In 2008 we published the first set of guidelines for standardizing research in autophagy. Since then, research on this topic has continued to accelerate, and many new scientists have entered the field. Our knowledge base and relevant new technologies have also been expanding. Accordingly, it is important to update these guidelines for monitoring autophagy in different organisms. Various reviews have described the range of assays that have been used for this purpose. Nevertheless, there continues to be confusion regarding acceptable methods to measure autophagy, especially in multicellular eukaryotes. A key point that needs to be emphasized is that there is a difference between measurements that monitor the numbers or volume of autophagic elements (e.g., autophagosomes or autolysosomes) at any stage of the autophagic process vs. those that measure flux through the autophagy pathway (i.e., the complete process); thus, a block in macroautophagy that results in autophagosome accumulation needs to be differentiated from stimuli that result in increased autophagic activity, defined as increased autophagy induction coupled with increased delivery to, and degradation within, lysosomes (in most higher eukaryotes and some protists such as Dictyostelium) or the vacuole (in plants and fungi). In other words, it is especially important that investigators new to the field understand that the appearance of more autophagosomes does not necessarily equate with more autophagy. In fact, in many cases, autophagosomes accumulate because of a block in trafficking to lysosomes without a concomitant change in autophagosome biogenesis, whereas an increase in autolysosomes may reflect a reduction in degradative activity. Here, we present a set of guidelines for the selection and interpretation of methods for use by investigators who aim to examine macroautophagy and related processes, as well as for reviewers who need to provide realistic and reasonable critiques of papers that are focused on these processes. These guidelines are not meant to be a formulaic set of rules, because the appropriate assays depend in part on the question being asked and the system being used. In addition, we emphasize that no individual assay is guaranteed to be the most appropriate one in every situation, and we strongly recommend the use of multiple assays to monitor autophagy. In these guidelines, we consider these various methods of assessing autophagy and what information can, or cannot, be obtained from them. Finally, by discussing the merits and limits of particular autophagy assays, we hope to encourage technical innovation in the field.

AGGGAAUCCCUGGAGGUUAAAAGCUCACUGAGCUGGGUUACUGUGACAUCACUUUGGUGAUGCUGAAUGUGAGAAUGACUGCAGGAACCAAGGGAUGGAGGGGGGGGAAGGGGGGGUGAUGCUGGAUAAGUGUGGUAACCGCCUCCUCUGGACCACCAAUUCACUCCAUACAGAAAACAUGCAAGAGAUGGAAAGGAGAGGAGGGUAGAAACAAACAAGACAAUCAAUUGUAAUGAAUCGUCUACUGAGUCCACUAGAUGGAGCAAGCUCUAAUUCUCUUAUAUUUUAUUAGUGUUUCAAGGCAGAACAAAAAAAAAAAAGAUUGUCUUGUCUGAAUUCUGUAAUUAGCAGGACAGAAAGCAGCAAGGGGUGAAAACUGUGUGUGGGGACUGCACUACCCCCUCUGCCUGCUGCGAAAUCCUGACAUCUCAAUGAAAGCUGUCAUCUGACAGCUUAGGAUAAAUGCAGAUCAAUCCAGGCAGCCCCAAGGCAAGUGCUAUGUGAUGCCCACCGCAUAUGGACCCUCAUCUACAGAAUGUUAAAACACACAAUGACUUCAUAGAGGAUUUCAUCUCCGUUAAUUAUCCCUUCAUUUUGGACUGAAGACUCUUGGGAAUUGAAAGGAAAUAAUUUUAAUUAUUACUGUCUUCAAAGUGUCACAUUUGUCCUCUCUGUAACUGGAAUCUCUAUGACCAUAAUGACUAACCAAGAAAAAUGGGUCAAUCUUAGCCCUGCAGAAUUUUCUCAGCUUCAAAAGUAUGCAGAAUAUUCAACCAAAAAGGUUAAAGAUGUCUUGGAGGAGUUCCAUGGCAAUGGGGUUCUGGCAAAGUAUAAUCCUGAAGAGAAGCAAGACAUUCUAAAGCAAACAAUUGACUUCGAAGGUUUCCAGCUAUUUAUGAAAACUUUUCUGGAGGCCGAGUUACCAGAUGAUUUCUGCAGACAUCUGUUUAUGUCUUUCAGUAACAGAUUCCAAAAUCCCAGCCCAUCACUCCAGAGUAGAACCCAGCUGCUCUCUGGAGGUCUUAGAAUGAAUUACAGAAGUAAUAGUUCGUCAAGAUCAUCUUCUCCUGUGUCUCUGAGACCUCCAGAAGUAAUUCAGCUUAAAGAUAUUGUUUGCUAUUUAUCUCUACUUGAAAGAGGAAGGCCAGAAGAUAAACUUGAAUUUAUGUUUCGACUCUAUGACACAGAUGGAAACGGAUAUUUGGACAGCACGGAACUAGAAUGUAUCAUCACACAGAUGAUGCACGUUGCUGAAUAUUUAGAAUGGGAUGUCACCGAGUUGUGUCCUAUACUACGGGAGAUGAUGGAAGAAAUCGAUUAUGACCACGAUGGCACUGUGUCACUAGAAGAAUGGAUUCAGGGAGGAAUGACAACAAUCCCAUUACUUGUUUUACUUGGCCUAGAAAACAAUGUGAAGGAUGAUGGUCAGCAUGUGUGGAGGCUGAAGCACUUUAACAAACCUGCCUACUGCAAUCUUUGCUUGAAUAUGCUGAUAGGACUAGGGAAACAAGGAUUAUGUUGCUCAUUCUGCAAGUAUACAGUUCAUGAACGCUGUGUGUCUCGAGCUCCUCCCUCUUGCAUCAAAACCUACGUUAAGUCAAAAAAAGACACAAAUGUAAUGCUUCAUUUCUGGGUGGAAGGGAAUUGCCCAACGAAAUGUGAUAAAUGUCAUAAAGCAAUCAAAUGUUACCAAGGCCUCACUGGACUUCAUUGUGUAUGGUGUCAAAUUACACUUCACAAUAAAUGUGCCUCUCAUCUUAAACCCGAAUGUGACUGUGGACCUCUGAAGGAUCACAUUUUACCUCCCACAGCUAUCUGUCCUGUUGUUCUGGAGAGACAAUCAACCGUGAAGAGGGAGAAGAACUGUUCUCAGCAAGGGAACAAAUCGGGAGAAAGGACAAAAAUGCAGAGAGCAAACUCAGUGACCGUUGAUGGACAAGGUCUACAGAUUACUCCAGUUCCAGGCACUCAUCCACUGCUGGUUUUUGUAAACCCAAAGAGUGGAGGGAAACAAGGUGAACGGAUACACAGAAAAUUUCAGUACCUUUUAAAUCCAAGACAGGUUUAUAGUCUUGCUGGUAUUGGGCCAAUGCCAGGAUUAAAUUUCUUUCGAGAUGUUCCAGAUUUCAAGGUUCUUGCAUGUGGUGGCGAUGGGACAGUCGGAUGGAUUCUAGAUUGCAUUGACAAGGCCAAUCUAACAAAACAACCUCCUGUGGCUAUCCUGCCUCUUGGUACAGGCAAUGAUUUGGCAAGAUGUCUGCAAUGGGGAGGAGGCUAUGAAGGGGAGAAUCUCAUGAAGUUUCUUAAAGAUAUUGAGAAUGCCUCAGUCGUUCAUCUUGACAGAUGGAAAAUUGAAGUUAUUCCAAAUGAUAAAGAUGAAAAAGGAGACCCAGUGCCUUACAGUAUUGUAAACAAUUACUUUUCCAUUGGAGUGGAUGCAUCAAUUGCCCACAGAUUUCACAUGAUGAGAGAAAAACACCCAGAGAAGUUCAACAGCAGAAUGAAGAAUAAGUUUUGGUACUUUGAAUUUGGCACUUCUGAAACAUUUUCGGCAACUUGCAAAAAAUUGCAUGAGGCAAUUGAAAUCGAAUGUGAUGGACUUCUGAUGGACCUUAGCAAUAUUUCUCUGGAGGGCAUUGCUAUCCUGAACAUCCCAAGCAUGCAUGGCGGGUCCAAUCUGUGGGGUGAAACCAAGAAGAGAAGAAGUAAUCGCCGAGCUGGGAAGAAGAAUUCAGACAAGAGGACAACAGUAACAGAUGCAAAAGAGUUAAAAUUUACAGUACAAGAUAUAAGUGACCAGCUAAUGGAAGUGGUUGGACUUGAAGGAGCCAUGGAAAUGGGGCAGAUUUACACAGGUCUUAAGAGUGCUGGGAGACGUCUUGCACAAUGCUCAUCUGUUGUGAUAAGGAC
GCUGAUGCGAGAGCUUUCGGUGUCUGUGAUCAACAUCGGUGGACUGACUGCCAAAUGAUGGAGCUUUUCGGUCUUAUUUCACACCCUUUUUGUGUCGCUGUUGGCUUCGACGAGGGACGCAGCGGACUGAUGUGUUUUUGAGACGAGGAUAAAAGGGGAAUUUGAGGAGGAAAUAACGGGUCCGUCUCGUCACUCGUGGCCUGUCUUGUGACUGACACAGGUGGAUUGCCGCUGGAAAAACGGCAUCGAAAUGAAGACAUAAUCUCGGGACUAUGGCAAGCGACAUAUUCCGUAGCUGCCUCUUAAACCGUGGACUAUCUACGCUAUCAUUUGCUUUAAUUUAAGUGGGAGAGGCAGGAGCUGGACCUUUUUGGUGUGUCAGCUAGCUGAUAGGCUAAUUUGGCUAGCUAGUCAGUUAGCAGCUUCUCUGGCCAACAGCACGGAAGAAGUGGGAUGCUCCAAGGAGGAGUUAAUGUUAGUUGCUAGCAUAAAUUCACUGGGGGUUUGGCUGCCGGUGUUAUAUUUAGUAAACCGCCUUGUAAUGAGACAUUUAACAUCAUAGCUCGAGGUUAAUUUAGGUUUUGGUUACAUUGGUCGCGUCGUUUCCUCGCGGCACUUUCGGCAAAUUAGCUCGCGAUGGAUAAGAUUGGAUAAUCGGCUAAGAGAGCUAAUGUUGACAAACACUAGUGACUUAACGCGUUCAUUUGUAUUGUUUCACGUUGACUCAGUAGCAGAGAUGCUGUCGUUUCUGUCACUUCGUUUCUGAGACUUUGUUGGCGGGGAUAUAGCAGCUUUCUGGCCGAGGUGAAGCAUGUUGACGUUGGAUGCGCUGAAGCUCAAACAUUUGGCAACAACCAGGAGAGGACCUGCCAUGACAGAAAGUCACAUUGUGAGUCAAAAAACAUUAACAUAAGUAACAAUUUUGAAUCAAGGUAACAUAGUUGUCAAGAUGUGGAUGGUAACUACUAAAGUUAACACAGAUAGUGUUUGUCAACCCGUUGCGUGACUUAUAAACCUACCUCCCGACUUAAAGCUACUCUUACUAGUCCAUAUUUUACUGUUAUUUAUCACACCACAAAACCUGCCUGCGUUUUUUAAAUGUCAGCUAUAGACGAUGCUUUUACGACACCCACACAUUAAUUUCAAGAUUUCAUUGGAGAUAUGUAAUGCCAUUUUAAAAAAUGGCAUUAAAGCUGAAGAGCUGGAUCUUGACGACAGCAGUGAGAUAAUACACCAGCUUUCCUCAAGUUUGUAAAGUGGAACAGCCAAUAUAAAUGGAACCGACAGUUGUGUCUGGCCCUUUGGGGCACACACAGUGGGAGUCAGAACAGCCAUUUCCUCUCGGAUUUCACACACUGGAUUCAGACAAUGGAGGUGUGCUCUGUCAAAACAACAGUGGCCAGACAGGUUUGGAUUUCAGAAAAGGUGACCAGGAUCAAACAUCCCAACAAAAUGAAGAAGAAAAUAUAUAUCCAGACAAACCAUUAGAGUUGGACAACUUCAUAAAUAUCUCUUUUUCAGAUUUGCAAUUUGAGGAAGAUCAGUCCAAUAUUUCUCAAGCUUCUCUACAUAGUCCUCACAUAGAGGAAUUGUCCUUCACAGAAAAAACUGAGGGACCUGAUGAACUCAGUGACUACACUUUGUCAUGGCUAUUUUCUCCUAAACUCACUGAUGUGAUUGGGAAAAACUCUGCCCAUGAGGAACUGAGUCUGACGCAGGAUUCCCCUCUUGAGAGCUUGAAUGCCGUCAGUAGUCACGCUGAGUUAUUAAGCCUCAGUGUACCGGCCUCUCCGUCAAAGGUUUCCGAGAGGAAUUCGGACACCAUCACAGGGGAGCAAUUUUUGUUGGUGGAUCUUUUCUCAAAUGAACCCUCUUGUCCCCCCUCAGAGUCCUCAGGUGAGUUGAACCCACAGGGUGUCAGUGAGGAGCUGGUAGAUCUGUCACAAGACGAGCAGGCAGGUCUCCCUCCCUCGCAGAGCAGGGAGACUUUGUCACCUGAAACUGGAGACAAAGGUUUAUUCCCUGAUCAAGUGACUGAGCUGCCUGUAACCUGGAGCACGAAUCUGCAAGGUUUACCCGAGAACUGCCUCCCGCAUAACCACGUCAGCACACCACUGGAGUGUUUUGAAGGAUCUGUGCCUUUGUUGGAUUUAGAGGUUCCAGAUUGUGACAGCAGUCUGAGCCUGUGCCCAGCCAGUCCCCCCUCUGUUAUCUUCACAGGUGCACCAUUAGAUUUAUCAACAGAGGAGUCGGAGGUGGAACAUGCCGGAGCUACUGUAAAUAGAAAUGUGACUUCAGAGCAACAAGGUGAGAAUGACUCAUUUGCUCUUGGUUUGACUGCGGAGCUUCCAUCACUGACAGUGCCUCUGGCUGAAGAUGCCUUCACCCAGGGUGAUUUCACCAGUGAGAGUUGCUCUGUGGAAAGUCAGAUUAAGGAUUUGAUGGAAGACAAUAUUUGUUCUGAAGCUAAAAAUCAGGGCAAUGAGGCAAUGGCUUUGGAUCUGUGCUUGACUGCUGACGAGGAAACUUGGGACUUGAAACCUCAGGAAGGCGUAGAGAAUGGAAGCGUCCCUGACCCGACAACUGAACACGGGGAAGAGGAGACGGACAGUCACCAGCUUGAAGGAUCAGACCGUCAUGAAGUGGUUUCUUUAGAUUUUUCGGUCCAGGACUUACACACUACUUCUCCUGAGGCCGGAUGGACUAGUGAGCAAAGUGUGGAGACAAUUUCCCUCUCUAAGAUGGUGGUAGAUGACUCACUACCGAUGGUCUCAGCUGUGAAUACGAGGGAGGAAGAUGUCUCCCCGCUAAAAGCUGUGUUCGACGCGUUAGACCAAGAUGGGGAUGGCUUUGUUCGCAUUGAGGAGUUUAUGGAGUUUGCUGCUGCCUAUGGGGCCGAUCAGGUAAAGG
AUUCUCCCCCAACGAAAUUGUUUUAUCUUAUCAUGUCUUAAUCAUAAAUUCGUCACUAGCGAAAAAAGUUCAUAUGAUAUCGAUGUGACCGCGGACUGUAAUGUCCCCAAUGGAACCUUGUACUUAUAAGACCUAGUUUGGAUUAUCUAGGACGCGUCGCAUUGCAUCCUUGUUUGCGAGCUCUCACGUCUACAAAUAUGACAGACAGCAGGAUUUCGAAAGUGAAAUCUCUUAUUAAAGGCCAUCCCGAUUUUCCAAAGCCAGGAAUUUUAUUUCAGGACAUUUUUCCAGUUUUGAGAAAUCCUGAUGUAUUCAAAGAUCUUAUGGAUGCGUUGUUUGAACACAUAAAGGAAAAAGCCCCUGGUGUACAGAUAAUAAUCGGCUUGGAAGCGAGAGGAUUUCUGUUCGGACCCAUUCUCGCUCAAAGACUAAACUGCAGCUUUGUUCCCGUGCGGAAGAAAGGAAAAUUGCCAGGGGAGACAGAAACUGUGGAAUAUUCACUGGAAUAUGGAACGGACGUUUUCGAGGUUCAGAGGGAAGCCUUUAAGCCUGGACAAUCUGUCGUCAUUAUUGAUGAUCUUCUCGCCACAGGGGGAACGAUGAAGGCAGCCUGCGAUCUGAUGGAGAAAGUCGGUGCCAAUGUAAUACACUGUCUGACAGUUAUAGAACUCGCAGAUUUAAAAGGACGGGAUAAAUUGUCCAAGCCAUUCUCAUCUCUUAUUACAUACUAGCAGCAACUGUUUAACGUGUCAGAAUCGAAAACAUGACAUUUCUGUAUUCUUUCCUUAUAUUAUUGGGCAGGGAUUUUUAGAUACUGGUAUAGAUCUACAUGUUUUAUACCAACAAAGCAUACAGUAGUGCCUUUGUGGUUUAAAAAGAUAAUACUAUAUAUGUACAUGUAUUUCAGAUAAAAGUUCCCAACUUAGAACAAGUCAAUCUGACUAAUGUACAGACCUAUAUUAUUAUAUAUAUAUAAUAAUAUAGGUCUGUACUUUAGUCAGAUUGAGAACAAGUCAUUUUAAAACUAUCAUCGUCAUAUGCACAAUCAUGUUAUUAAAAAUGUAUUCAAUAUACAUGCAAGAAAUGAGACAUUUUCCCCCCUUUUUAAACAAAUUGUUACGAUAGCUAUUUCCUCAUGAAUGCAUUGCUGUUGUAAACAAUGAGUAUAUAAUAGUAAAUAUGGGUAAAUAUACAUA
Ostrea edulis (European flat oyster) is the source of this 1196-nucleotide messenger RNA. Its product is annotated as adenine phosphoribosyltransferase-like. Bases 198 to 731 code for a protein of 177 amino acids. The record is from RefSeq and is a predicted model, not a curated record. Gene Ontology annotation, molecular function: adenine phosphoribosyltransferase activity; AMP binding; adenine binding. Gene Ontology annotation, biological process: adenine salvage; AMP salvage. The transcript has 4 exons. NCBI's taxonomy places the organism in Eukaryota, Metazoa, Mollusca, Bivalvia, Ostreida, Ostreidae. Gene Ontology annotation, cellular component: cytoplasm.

LC3; autolysosome; autophagosome; flux; lysosome; phagophore; stress; vacuole